Alaska Charter Association

To Protect the Rights and to Conserve the Resources of Alaska's Sport Fishery
ACA News Year-End 2016
Year in Review

As we look back over the last year, a lot has been accomplished by the recreational charter industry and it's worth reviewing the developments as we look forward to the 2017 fishing season.
  • Recreational Quota Entity passed 8-3 by the North Pacific Fishery Management Council. After a long battle taking place over many years, and thousands of hours of work by ACA President Richard Yamada and other leaders in the sportfishing industry, we finally have a path to reduce the strangling halibut fishing regulations on guided anglers. NMFS may take a full year to finalize this program and publish its rule-making, and more work with need to be done to identify sources of funding for the program. We can take great satisfaction at this moment at what we've accomplished, a unique program that can address a national problem of catch-share fishery management.
  • Discussion Paper on Charter Halibut Permit Usage One of the key issues of concern at the December NPFMC meeting was the problem of "latent" permits in the management of guided angler halibut fishing. Permits that were issued on a non-transferral basis are being transferred and used without a means to revoke these permits; permits that hadn't been used much in the past are suddenly being used a lot - and with tight management constraints it doesn't take a lot of extra fishing effort to blow through our annual quota. The Council identified the problem and set a course to gather more information about the problem and further discuss solutions. Click here to view the Council's final motion on Charter Halibut Permit Usage.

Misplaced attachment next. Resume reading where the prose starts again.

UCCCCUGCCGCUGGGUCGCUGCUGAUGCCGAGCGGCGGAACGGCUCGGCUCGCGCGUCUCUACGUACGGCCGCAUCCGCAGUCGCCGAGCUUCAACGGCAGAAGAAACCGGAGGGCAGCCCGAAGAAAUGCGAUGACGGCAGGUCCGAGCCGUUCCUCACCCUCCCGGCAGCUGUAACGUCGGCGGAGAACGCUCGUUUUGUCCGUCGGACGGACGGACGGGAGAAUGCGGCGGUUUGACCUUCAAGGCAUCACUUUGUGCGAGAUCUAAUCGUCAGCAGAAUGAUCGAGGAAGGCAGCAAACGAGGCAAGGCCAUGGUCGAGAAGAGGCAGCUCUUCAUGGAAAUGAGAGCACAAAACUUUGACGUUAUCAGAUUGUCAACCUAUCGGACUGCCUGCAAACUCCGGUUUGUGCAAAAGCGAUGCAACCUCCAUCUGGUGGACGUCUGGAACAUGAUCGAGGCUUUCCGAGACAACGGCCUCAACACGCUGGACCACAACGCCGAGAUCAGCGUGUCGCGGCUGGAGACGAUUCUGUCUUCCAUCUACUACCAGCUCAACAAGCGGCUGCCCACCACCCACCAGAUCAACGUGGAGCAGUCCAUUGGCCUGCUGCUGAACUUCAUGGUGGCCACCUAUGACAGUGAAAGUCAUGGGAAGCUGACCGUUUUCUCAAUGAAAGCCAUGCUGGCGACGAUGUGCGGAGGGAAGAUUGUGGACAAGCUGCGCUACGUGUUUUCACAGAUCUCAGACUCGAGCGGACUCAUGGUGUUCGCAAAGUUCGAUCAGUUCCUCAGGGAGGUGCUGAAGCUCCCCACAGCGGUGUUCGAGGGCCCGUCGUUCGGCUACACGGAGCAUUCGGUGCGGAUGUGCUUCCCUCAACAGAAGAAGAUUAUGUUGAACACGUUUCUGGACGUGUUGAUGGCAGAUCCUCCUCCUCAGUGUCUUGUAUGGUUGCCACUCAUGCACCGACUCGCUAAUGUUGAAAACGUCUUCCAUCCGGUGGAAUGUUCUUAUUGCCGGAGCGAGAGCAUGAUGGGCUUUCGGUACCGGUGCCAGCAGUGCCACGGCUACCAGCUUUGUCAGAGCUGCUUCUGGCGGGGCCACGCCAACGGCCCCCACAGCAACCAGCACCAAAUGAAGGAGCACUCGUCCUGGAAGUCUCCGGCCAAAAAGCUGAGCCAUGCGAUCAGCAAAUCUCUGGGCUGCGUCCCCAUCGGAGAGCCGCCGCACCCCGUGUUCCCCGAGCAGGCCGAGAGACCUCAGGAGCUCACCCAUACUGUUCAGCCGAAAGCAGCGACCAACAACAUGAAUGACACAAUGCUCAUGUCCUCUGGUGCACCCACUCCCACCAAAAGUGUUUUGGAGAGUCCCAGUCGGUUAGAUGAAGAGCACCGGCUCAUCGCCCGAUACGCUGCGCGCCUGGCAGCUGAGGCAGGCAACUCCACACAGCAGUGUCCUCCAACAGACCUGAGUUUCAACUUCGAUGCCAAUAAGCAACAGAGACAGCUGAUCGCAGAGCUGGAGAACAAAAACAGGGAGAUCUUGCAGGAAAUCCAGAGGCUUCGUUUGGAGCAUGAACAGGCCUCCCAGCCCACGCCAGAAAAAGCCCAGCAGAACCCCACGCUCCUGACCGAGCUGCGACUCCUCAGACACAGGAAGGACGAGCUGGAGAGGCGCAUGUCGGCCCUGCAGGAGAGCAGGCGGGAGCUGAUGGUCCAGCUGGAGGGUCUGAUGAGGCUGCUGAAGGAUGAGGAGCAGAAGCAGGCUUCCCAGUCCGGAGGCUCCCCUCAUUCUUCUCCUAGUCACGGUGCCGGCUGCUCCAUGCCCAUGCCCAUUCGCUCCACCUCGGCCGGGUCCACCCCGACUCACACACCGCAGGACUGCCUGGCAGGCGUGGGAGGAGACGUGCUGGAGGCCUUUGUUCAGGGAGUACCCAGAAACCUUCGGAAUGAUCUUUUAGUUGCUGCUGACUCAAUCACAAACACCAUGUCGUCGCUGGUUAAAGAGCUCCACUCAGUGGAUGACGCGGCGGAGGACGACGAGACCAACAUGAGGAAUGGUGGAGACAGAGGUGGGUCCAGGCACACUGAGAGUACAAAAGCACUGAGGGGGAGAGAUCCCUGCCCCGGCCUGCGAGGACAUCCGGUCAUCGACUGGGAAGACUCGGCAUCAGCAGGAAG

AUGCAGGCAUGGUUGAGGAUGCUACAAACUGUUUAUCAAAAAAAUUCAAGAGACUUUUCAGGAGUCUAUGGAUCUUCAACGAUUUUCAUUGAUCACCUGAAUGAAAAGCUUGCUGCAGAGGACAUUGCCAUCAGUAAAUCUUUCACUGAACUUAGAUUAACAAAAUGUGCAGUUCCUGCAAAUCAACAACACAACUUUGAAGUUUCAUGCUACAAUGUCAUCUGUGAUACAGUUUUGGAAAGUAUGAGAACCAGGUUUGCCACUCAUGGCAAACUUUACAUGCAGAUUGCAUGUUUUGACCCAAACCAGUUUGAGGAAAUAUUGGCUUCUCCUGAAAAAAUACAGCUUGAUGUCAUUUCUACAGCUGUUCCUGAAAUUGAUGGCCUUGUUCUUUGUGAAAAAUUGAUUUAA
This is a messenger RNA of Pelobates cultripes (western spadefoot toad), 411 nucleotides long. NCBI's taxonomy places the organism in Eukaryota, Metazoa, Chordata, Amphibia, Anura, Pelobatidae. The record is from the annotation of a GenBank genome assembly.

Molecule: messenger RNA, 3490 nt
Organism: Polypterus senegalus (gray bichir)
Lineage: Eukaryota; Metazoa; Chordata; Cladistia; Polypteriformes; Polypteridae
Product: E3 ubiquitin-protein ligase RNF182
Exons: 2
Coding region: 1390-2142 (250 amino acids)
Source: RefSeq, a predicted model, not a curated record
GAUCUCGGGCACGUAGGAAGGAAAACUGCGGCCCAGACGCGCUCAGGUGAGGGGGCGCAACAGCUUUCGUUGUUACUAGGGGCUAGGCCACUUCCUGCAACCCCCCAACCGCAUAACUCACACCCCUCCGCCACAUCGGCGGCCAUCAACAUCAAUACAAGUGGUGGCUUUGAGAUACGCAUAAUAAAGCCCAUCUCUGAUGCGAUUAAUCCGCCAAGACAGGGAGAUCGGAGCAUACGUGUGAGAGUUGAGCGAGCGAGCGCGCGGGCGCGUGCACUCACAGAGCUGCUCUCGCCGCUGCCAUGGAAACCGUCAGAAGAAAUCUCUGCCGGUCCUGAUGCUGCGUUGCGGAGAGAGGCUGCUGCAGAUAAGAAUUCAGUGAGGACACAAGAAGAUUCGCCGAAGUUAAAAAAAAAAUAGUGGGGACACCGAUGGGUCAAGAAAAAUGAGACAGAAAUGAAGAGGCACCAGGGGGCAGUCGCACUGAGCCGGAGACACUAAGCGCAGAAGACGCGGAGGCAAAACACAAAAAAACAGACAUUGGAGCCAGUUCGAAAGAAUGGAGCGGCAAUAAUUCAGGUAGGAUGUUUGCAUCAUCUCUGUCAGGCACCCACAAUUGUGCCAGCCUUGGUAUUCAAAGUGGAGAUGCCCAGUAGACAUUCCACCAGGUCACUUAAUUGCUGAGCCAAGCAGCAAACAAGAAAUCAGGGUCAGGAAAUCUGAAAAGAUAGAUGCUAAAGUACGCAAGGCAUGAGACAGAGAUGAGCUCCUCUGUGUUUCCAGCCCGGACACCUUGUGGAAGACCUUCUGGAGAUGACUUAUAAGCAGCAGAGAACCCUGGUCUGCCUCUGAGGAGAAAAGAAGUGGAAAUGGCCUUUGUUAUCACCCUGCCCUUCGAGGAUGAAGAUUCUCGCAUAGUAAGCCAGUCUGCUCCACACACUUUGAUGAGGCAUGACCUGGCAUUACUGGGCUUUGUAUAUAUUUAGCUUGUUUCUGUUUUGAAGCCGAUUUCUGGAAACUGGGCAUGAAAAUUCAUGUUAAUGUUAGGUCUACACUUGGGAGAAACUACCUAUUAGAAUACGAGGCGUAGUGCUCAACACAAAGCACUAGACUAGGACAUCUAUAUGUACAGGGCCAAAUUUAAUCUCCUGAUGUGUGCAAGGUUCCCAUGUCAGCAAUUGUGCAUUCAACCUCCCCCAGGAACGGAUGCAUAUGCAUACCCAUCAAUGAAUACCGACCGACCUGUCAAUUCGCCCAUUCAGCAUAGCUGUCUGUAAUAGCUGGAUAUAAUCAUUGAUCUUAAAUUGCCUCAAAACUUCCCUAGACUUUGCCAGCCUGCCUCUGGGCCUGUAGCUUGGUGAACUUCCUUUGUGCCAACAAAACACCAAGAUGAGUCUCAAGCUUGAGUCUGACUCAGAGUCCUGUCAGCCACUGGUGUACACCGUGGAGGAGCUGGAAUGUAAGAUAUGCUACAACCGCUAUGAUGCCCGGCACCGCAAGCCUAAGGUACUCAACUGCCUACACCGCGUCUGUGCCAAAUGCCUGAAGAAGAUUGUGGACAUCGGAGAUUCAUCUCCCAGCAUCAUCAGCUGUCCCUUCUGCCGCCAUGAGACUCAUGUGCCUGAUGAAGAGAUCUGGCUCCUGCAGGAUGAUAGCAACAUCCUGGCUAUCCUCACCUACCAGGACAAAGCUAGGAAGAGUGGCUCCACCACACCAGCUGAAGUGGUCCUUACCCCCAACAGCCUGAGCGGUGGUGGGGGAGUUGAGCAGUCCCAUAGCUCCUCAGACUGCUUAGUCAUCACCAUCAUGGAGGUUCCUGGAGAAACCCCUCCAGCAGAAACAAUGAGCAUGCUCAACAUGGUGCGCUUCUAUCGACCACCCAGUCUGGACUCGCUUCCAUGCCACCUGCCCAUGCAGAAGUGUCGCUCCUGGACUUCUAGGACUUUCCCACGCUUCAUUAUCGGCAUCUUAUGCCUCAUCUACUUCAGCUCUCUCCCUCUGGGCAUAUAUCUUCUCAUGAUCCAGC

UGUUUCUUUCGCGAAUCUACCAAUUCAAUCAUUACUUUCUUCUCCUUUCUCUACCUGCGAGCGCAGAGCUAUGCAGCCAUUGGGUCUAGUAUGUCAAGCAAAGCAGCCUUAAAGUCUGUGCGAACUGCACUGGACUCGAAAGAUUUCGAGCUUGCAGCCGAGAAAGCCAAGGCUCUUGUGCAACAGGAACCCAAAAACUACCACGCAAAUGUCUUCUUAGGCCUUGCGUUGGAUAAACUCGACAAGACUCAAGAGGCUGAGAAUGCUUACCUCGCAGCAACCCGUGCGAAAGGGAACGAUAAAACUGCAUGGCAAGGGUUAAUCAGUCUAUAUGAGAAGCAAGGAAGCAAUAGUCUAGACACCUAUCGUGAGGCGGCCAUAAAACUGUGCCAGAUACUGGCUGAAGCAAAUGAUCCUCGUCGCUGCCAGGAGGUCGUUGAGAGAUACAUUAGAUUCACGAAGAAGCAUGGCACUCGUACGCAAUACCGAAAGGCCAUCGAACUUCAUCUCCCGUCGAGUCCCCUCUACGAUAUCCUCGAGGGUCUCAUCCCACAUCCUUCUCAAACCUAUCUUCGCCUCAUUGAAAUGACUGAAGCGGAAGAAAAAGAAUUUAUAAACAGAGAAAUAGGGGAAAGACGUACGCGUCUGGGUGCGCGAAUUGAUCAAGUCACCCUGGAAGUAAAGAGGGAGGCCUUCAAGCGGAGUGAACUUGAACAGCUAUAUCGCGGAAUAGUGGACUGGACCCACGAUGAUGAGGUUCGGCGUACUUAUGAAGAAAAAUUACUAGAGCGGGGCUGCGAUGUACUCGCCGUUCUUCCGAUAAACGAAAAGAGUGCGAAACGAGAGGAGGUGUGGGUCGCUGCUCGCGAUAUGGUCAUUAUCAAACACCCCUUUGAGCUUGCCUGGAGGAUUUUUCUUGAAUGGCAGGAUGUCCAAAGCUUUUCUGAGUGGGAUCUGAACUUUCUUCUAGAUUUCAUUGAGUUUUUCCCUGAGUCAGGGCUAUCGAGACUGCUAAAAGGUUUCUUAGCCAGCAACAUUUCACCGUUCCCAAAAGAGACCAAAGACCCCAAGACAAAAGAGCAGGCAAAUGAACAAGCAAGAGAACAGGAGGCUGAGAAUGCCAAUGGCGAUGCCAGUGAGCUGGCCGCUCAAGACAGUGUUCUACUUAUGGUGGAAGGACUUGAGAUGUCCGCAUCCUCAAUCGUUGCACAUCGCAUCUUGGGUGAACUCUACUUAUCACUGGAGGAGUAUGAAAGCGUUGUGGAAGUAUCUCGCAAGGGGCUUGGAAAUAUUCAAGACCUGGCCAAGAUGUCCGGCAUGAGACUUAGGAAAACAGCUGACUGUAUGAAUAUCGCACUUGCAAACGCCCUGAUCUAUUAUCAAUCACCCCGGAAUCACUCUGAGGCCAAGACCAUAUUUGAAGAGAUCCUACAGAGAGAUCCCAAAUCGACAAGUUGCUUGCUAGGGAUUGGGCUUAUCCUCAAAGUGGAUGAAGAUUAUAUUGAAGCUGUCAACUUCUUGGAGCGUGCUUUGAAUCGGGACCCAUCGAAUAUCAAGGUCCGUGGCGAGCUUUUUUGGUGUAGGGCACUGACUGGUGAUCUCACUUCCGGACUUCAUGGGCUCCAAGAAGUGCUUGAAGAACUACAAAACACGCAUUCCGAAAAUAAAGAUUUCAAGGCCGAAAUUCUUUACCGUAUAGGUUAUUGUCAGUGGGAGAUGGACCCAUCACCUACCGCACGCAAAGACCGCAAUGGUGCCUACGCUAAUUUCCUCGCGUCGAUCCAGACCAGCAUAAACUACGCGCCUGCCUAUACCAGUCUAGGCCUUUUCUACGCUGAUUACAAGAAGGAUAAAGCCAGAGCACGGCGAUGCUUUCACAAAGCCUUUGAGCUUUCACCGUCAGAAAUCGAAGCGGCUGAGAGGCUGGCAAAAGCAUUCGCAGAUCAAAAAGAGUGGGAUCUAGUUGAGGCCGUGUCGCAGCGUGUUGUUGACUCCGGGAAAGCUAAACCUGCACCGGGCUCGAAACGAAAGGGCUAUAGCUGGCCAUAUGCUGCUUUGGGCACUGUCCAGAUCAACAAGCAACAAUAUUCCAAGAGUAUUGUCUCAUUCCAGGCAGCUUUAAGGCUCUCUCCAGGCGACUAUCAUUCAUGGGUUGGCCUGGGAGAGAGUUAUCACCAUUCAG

• The Council put forward options for charter halibut fishing measures in 2017, for areas 2A and 3C, but they won't be finalized into regulations until the annual meeting of the International Pacific Halibut Commission (IPHC) in January, 2017. Information about the annual IPHC meeting can be found at There was a great deal of public testimony at the Council meeting regarding the great difficulty the charter industry has in marketing because of the annual revision of the rules - the lack of stability in the rules from one season to the next makes it impossible to schedule trips. This is one of the main goals of the RQE program - to improve stability in the charter industry. 
  • Potential 2017 guided angler halibut regulations for each area can be viewed here. Again, these regulations depend on the catch limits ultimately set by the IPHC. 
  • Also on the horizon: bag limits and possession limits on chartered motherships, live aboard boats, and floating lodges are under review by enforcement, with a plan to bring all these business models under the same regulations as those for day-boat charters. 
  • Under "Staff Tasking," the Council, and the Advisory Panel, recommended that the Council expand the Charter Halibut Management Committee scope to include addressing latent capacity in the charter sector, ending leasing of non-transferable CHPs, the ability of the RQE to purchase or freeze CHPs, and other issues that directly affect the charter halibut sector.
  • Do you find most of your time is being spent in damage control brought on by regulations that continue to decrease fishing opportunity for your clients? 
  • No time to attend important meetings that may further impact your future? 
  • Your membership in the Alaska Charter Association can help.

If your dreams include flying scales and full fish totes, You 
need the Alaska Charter Association to inform, educate, and fight for you  
at these important fisheries meetings. 

Do yourself a favor and join us now! 
click here: